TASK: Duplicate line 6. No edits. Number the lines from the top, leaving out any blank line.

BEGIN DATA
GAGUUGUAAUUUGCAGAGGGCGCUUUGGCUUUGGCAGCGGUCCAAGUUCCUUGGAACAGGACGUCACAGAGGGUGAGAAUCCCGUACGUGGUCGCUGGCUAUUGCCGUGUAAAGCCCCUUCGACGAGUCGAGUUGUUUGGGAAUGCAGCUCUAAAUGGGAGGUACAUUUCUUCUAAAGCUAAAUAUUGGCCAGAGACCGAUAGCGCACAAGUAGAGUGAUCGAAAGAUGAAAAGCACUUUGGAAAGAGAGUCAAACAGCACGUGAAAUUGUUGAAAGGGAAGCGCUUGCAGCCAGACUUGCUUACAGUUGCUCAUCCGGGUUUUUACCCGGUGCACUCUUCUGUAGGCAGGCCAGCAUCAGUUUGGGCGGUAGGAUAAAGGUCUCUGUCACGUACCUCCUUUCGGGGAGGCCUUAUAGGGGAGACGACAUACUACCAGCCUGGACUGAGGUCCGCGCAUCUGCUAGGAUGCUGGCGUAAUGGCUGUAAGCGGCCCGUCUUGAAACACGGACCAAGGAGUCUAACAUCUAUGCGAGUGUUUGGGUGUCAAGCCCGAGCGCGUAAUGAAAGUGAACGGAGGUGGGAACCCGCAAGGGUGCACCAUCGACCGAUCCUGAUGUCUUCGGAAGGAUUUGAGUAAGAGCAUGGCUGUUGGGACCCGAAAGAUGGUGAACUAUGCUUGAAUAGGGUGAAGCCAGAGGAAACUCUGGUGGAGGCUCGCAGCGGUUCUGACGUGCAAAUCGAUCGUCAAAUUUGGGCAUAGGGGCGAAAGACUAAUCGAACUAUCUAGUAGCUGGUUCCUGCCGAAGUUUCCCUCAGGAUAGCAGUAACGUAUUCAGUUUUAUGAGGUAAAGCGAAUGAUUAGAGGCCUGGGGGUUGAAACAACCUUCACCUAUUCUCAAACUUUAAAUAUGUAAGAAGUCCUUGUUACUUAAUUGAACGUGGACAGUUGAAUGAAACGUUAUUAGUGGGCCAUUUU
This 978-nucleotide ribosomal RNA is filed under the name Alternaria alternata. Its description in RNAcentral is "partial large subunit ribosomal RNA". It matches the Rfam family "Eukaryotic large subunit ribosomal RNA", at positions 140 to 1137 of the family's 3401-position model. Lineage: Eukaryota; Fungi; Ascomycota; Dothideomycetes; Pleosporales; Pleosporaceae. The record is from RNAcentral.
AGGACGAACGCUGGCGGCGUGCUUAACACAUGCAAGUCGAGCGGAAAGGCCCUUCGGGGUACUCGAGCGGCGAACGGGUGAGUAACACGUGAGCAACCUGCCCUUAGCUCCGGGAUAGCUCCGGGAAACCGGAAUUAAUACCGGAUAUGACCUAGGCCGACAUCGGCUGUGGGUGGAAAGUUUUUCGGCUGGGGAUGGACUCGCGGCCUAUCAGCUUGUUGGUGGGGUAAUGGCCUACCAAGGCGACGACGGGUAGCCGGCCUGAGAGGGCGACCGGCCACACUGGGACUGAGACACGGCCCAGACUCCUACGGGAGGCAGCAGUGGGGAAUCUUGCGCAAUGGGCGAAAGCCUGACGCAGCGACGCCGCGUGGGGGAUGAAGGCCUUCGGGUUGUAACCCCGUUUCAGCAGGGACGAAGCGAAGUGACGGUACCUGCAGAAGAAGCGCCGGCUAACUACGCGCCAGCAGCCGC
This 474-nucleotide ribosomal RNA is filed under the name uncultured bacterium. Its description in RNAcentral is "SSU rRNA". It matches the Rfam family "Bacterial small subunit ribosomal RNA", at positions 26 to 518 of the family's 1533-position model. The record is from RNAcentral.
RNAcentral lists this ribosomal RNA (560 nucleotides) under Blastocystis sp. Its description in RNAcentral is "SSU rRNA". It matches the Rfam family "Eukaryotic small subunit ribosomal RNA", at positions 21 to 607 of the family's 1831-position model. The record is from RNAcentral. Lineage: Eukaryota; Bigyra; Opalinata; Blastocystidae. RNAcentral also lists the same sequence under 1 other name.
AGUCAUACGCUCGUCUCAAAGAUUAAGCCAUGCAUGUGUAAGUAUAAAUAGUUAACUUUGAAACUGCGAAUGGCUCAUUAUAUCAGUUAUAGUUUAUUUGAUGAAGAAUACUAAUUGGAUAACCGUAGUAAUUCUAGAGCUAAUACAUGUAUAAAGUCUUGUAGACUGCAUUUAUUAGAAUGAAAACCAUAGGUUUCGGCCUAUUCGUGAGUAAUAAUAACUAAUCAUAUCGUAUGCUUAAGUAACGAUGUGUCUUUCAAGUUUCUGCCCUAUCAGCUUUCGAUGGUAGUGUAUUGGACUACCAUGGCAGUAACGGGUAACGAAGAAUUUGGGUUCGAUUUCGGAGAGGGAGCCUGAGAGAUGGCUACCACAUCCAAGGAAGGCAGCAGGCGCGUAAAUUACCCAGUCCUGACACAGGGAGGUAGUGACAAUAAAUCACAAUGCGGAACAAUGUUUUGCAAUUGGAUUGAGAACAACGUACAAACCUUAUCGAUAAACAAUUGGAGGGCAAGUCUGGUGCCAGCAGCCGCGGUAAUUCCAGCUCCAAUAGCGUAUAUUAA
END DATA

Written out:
AGUCAUACGCUCGUCUCAAAGAUUAAGCCAUGCAUGUGUAAGUAUAAAUAGUUAACUUUGAAACUGCGAAUGGCUCAUUAUAUCAGUUAUAGUUUAUUUGAUGAAGAAUACUAAUUGGAUAACCGUAGUAAUUCUAGAGCUAAUACAUGUAUAAAGUCUUGUAGACUGCAUUUAUUAGAAUGAAAACCAUAGGUUUCGGCCUAUUCGUGAGUAAUAAUAACUAAUCAUAUCGUAUGCUUAAGUAACGAUGUGUCUUUCAAGUUUCUGCCCUAUCAGCUUUCGAUGGUAGUGUAUUGGACUACCAUGGCAGUAACGGGUAACGAAGAAUUUGGGUUCGAUUUCGGAGAGGGAGCCUGAGAGAUGGCUACCACAUCCAAGGAAGGCAGCAGGCGCGUAAAUUACCCAGUCCUGACACAGGGAGGUAGUGACAAUAAAUCACAAUGCGGAACAAUGUUUUGCAAUUGGAUUGAGAACAACGUACAAACCUUAUCGAUAAACAAUUGGAGGGCAAGUCUGGUGCCAGCAGCCGCGGUAAUUCCAGCUCCAAUAGCGUAUAUUAA